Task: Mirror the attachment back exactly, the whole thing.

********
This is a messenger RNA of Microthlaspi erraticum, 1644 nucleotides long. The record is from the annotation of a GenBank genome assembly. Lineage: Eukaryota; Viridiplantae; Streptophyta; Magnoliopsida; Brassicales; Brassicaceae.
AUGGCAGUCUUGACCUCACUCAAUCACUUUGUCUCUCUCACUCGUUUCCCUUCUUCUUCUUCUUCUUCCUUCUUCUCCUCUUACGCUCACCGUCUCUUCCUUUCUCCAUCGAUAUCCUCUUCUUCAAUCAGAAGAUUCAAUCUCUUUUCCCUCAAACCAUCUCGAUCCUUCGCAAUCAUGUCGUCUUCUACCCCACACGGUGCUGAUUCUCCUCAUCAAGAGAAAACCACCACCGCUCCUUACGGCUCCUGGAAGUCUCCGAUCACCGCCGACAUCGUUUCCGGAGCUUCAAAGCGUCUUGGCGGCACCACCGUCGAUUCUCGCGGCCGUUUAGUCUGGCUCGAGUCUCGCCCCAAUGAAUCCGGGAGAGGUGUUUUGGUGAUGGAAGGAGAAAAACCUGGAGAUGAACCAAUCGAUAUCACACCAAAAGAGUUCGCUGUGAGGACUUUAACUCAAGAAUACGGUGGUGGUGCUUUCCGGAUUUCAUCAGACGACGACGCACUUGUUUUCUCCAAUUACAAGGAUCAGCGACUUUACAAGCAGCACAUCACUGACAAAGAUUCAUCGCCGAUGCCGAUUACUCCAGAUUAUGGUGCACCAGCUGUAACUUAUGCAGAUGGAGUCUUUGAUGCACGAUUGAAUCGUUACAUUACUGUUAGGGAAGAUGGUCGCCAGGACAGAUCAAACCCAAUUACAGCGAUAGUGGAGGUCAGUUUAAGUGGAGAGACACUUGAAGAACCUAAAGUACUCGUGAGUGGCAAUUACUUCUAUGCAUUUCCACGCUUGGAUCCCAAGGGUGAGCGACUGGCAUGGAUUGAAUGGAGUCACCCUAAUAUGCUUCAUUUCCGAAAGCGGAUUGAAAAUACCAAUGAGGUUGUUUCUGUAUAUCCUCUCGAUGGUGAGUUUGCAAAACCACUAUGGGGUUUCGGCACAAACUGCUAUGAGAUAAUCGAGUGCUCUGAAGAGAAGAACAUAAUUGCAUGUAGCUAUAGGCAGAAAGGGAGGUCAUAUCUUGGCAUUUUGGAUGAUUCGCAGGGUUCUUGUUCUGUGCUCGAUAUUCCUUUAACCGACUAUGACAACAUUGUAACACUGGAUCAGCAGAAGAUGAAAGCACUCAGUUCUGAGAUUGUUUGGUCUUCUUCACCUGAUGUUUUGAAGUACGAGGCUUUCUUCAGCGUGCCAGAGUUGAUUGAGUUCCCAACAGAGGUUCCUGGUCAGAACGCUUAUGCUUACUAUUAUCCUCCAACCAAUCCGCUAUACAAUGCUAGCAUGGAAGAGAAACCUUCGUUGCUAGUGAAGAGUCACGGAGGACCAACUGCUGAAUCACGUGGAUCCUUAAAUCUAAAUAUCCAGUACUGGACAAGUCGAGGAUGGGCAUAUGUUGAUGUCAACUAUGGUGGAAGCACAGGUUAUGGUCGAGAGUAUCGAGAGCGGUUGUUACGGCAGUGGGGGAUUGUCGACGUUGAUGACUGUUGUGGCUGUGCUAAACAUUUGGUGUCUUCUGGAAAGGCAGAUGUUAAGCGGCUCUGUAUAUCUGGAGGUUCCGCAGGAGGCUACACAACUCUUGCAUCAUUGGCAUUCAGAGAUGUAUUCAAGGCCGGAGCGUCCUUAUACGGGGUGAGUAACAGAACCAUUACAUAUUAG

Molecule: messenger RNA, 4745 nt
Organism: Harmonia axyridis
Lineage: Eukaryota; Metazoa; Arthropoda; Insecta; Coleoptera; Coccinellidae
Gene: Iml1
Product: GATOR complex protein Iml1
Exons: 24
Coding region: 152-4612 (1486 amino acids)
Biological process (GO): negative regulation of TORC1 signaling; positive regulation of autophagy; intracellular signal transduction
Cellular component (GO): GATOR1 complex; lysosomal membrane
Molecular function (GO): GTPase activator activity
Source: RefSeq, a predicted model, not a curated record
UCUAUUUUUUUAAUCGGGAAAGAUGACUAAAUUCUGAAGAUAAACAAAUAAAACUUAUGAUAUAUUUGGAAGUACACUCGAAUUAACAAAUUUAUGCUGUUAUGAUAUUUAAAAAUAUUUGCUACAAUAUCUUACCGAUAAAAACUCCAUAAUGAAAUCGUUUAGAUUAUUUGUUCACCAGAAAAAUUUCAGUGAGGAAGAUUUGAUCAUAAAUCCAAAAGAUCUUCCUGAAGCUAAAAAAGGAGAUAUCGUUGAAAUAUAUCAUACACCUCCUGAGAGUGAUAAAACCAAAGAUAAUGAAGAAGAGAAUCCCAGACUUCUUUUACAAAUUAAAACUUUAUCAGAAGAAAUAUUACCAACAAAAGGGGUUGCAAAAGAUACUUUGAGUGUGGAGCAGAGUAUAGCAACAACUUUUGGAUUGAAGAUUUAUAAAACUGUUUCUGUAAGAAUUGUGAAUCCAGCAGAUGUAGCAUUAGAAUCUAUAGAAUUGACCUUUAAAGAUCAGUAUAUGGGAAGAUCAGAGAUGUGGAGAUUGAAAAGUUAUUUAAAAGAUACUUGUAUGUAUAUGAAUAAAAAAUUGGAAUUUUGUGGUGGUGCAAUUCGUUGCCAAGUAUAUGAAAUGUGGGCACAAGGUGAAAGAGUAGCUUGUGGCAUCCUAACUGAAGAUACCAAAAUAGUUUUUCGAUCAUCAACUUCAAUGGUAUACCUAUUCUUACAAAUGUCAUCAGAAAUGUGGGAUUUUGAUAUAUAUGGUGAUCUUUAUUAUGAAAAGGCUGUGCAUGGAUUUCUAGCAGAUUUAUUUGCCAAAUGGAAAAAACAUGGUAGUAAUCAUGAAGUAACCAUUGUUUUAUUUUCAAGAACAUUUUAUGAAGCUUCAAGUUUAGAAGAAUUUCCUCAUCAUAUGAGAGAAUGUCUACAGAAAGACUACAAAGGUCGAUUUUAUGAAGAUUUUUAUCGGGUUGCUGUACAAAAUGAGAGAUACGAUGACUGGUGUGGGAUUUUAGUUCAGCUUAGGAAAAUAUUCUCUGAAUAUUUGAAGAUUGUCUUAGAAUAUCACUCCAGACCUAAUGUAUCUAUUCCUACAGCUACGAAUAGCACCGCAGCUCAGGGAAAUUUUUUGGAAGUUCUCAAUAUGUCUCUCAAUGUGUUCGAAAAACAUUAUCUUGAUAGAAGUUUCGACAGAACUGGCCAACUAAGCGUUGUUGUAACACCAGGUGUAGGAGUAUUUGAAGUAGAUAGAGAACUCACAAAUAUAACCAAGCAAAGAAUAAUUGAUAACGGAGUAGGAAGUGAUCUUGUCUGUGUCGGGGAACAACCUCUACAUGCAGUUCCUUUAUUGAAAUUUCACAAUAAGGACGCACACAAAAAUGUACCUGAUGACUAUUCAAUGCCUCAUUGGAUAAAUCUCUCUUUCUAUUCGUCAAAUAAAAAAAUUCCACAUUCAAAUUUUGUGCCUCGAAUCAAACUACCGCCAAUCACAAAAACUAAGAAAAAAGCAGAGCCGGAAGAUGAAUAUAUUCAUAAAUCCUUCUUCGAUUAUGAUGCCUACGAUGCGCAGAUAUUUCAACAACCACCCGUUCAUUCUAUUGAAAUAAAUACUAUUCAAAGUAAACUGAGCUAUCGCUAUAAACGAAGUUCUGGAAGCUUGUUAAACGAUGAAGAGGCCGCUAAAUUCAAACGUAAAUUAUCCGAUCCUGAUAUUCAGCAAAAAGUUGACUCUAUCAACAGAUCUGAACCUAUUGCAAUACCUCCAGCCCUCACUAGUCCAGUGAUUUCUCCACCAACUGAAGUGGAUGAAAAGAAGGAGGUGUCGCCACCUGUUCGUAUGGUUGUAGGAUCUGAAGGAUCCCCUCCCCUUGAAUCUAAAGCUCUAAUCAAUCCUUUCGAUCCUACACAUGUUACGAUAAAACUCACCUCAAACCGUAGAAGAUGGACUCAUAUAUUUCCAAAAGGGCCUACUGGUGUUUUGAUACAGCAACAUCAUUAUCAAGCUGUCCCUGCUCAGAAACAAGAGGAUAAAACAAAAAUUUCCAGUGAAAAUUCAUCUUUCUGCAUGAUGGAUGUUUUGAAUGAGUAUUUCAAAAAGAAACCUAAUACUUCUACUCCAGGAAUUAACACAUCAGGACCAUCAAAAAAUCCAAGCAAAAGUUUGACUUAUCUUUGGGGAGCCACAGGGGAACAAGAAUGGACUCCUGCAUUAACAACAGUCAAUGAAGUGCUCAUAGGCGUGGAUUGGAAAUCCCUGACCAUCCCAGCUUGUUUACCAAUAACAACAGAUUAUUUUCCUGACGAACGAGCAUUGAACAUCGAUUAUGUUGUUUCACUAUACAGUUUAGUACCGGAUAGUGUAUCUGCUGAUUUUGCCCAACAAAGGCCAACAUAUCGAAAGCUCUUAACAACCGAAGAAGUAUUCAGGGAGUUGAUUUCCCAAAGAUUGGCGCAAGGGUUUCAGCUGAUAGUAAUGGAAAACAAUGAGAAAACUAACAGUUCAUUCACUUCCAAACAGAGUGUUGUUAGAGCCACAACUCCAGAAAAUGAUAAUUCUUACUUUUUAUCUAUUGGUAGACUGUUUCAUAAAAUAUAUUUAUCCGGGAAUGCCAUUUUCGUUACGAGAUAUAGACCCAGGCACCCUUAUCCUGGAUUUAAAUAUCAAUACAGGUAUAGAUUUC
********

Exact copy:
This is a messenger RNA of Microthlaspi erraticum, 1644 nucleotides long. The record is from the annotation of a GenBank genome assembly. Lineage: Eukaryota; Viridiplantae; Streptophyta; Magnoliopsida; Brassicales; Brassicaceae.
AUGGCAGUCUUGACCUCACUCAAUCACUUUGUCUCUCUCACUCGUUUCCCUUCUUCUUCUUCUUCUUCCUUCUUCUCCUCUUACGCUCACCGUCUCUUCCUUUCUCCAUCGAUAUCCUCUUCUUCAAUCAGAAGAUUCAAUCUCUUUUCCCUCAAACCAUCUCGAUCCUUCGCAAUCAUGUCGUCUUCUACCCCACACGGUGCUGAUUCUCCUCAUCAAGAGAAAACCACCACCGCUCCUUACGGCUCCUGGAAGUCUCCGAUCACCGCCGACAUCGUUUCCGGAGCUUCAAAGCGUCUUGGCGGCACCACCGUCGAUUCUCGCGGCCGUUUAGUCUGGCUCGAGUCUCGCCCCAAUGAAUCCGGGAGAGGUGUUUUGGUGAUGGAAGGAGAAAAACCUGGAGAUGAACCAAUCGAUAUCACACCAAAAGAGUUCGCUGUGAGGACUUUAACUCAAGAAUACGGUGGUGGUGCUUUCCGGAUUUCAUCAGACGACGACGCACUUGUUUUCUCCAAUUACAAGGAUCAGCGACUUUACAAGCAGCACAUCACUGACAAAGAUUCAUCGCCGAUGCCGAUUACUCCAGAUUAUGGUGCACCAGCUGUAACUUAUGCAGAUGGAGUCUUUGAUGCACGAUUGAAUCGUUACAUUACUGUUAGGGAAGAUGGUCGCCAGGACAGAUCAAACCCAAUUACAGCGAUAGUGGAGGUCAGUUUAAGUGGAGAGACACUUGAAGAACCUAAAGUACUCGUGAGUGGCAAUUACUUCUAUGCAUUUCCACGCUUGGAUCCCAAGGGUGAGCGACUGGCAUGGAUUGAAUGGAGUCACCCUAAUAUGCUUCAUUUCCGAAAGCGGAUUGAAAAUACCAAUGAGGUUGUUUCUGUAUAUCCUCUCGAUGGUGAGUUUGCAAAACCACUAUGGGGUUUCGGCACAAACUGCUAUGAGAUAAUCGAGUGCUCUGAAGAGAAGAACAUAAUUGCAUGUAGCUAUAGGCAGAAAGGGAGGUCAUAUCUUGGCAUUUUGGAUGAUUCGCAGGGUUCUUGUUCUGUGCUCGAUAUUCCUUUAACCGACUAUGACAACAUUGUAACACUGGAUCAGCAGAAGAUGAAAGCACUCAGUUCUGAGAUUGUUUGGUCUUCUUCACCUGAUGUUUUGAAGUACGAGGCUUUCUUCAGCGUGCCAGAGUUGAUUGAGUUCCCAACAGAGGUUCCUGGUCAGAACGCUUAUGCUUACUAUUAUCCUCCAACCAAUCCGCUAUACAAUGCUAGCAUGGAAGAGAAACCUUCGUUGCUAGUGAAGAGUCACGGAGGACCAACUGCUGAAUCACGUGGAUCCUUAAAUCUAAAUAUCCAGUACUGGACAAGUCGAGGAUGGGCAUAUGUUGAUGUCAACUAUGGUGGAAGCACAGGUUAUGGUCGAGAGUAUCGAGAGCGGUUGUUACGGCAGUGGGGGAUUGUCGACGUUGAUGACUGUUGUGGCUGUGCUAAACAUUUGGUGUCUUCUGGAAAGGCAGAUGUUAAGCGGCUCUGUAUAUCUGGAGGUUCCGCAGGAGGCUACACAACUCUUGCAUCAUUGGCAUUCAGAGAUGUAUUCAAGGCCGGAGCGUCCUUAUACGGGGUGAGUAACAGAACCAUUACAUAUUAG

Molecule: messenger RNA, 4745 nt
Organism: Harmonia axyridis
Lineage: Eukaryota; Metazoa; Arthropoda; Insecta; Coleoptera; Coccinellidae
Gene: Iml1
Product: GATOR complex protein Iml1
Exons: 24
Coding region: 152-4612 (1486 amino acids)
Biological process (GO): negative regulation of TORC1 signaling; positive regulation of autophagy; intracellular signal transduction
Cellular component (GO): GATOR1 complex; lysosomal membrane
Molecular function (GO): GTPase activator activity
Source: RefSeq, a predicted model, not a curated record
UCUAUUUUUUUAAUCGGGAAAGAUGACUAAAUUCUGAAGAUAAACAAAUAAAACUUAUGAUAUAUUUGGAAGUACACUCGAAUUAACAAAUUUAUGCUGUUAUGAUAUUUAAAAAUAUUUGCUACAAUAUCUUACCGAUAAAAACUCCAUAAUGAAAUCGUUUAGAUUAUUUGUUCACCAGAAAAAUUUCAGUGAGGAAGAUUUGAUCAUAAAUCCAAAAGAUCUUCCUGAAGCUAAAAAAGGAGAUAUCGUUGAAAUAUAUCAUACACCUCCUGAGAGUGAUAAAACCAAAGAUAAUGAAGAAGAGAAUCCCAGACUUCUUUUACAAAUUAAAACUUUAUCAGAAGAAAUAUUACCAACAAAAGGGGUUGCAAAAGAUACUUUGAGUGUGGAGCAGAGUAUAGCAACAACUUUUGGAUUGAAGAUUUAUAAAACUGUUUCUGUAAGAAUUGUGAAUCCAGCAGAUGUAGCAUUAGAAUCUAUAGAAUUGACCUUUAAAGAUCAGUAUAUGGGAAGAUCAGAGAUGUGGAGAUUGAAAAGUUAUUUAAAAGAUACUUGUAUGUAUAUGAAUAAAAAAUUGGAAUUUUGUGGUGGUGCAAUUCGUUGCCAAGUAUAUGAAAUGUGGGCACAAGGUGAAAGAGUAGCUUGUGGCAUCCUAACUGAAGAUACCAAAAUAGUUUUUCGAUCAUCAACUUCAAUGGUAUACCUAUUCUUACAAAUGUCAUCAGAAAUGUGGGAUUUUGAUAUAUAUGGUGAUCUUUAUUAUGAAAAGGCUGUGCAUGGAUUUCUAGCAGAUUUAUUUGCCAAAUGGAAAAAACAUGGUAGUAAUCAUGAAGUAACCAUUGUUUUAUUUUCAAGAACAUUUUAUGAAGCUUCAAGUUUAGAAGAAUUUCCUCAUCAUAUGAGAGAAUGUCUACAGAAAGACUACAAAGGUCGAUUUUAUGAAGAUUUUUAUCGGGUUGCUGUACAAAAUGAGAGAUACGAUGACUGGUGUGGGAUUUUAGUUCAGCUUAGGAAAAUAUUCUCUGAAUAUUUGAAGAUUGUCUUAGAAUAUCACUCCAGACCUAAUGUAUCUAUUCCUACAGCUACGAAUAGCACCGCAGCUCAGGGAAAUUUUUUGGAAGUUCUCAAUAUGUCUCUCAAUGUGUUCGAAAAACAUUAUCUUGAUAGAAGUUUCGACAGAACUGGCCAACUAAGCGUUGUUGUAACACCAGGUGUAGGAGUAUUUGAAGUAGAUAGAGAACUCACAAAUAUAACCAAGCAAAGAAUAAUUGAUAACGGAGUAGGAAGUGAUCUUGUCUGUGUCGGGGAACAACCUCUACAUGCAGUUCCUUUAUUGAAAUUUCACAAUAAGGACGCACACAAAAAUGUACCUGAUGACUAUUCAAUGCCUCAUUGGAUAAAUCUCUCUUUCUAUUCGUCAAAUAAAAAAAUUCCACAUUCAAAUUUUGUGCCUCGAAUCAAACUACCGCCAAUCACAAAAACUAAGAAAAAAGCAGAGCCGGAAGAUGAAUAUAUUCAUAAAUCCUUCUUCGAUUAUGAUGCCUACGAUGCGCAGAUAUUUCAACAACCACCCGUUCAUUCUAUUGAAAUAAAUACUAUUCAAAGUAAACUGAGCUAUCGCUAUAAACGAAGUUCUGGAAGCUUGUUAAACGAUGAAGAGGCCGCUAAAUUCAAACGUAAAUUAUCCGAUCCUGAUAUUCAGCAAAAAGUUGACUCUAUCAACAGAUCUGAACCUAUUGCAAUACCUCCAGCCCUCACUAGUCCAGUGAUUUCUCCACCAACUGAAGUGGAUGAAAAGAAGGAGGUGUCGCCACCUGUUCGUAUGGUUGUAGGAUCUGAAGGAUCCCCUCCCCUUGAAUCUAAAGCUCUAAUCAAUCCUUUCGAUCCUACACAUGUUACGAUAAAACUCACCUCAAACCGUAGAAGAUGGACUCAUAUAUUUCCAAAAGGGCCUACUGGUGUUUUGAUACAGCAACAUCAUUAUCAAGCUGUCCCUGCUCAGAAACAAGAGGAUAAAACAAAAAUUUCCAGUGAAAAUUCAUCUUUCUGCAUGAUGGAUGUUUUGAAUGAGUAUUUCAAAAAGAAACCUAAUACUUCUACUCCAGGAAUUAACACAUCAGGACCAUCAAAAAAUCCAAGCAAAAGUUUGACUUAUCUUUGGGGAGCCACAGGGGAACAAGAAUGGACUCCUGCAUUAACAACAGUCAAUGAAGUGCUCAUAGGCGUGGAUUGGAAAUCCCUGACCAUCCCAGCUUGUUUACCAAUAACAACAGAUUAUUUUCCUGACGAACGAGCAUUGAACAUCGAUUAUGUUGUUUCACUAUACAGUUUAGUACCGGAUAGUGUAUCUGCUGAUUUUGCCCAACAAAGGCCAACAUAUCGAAAGCUCUUAACAACCGAAGAAGUAUUCAGGGAGUUGAUUUCCCAAAGAUUGGCGCAAGGGUUUCAGCUGAUAGUAAUGGAAAACAAUGAGAAAACUAACAGUUCAUUCACUUCCAAACAGAGUGUUGUUAGAGCCACAACUCCAGAAAAUGAUAAUUCUUACUUUUUAUCUAUUGGUAGACUGUUUCAUAAAAUAUAUUUAUCCGGGAAUGCCAUUUUCGUUACGAGAUAUAGACCCAGGCACCCUUAUCCUGGAUUUAAAUAUCAAUACAGGUAUAGAUUUC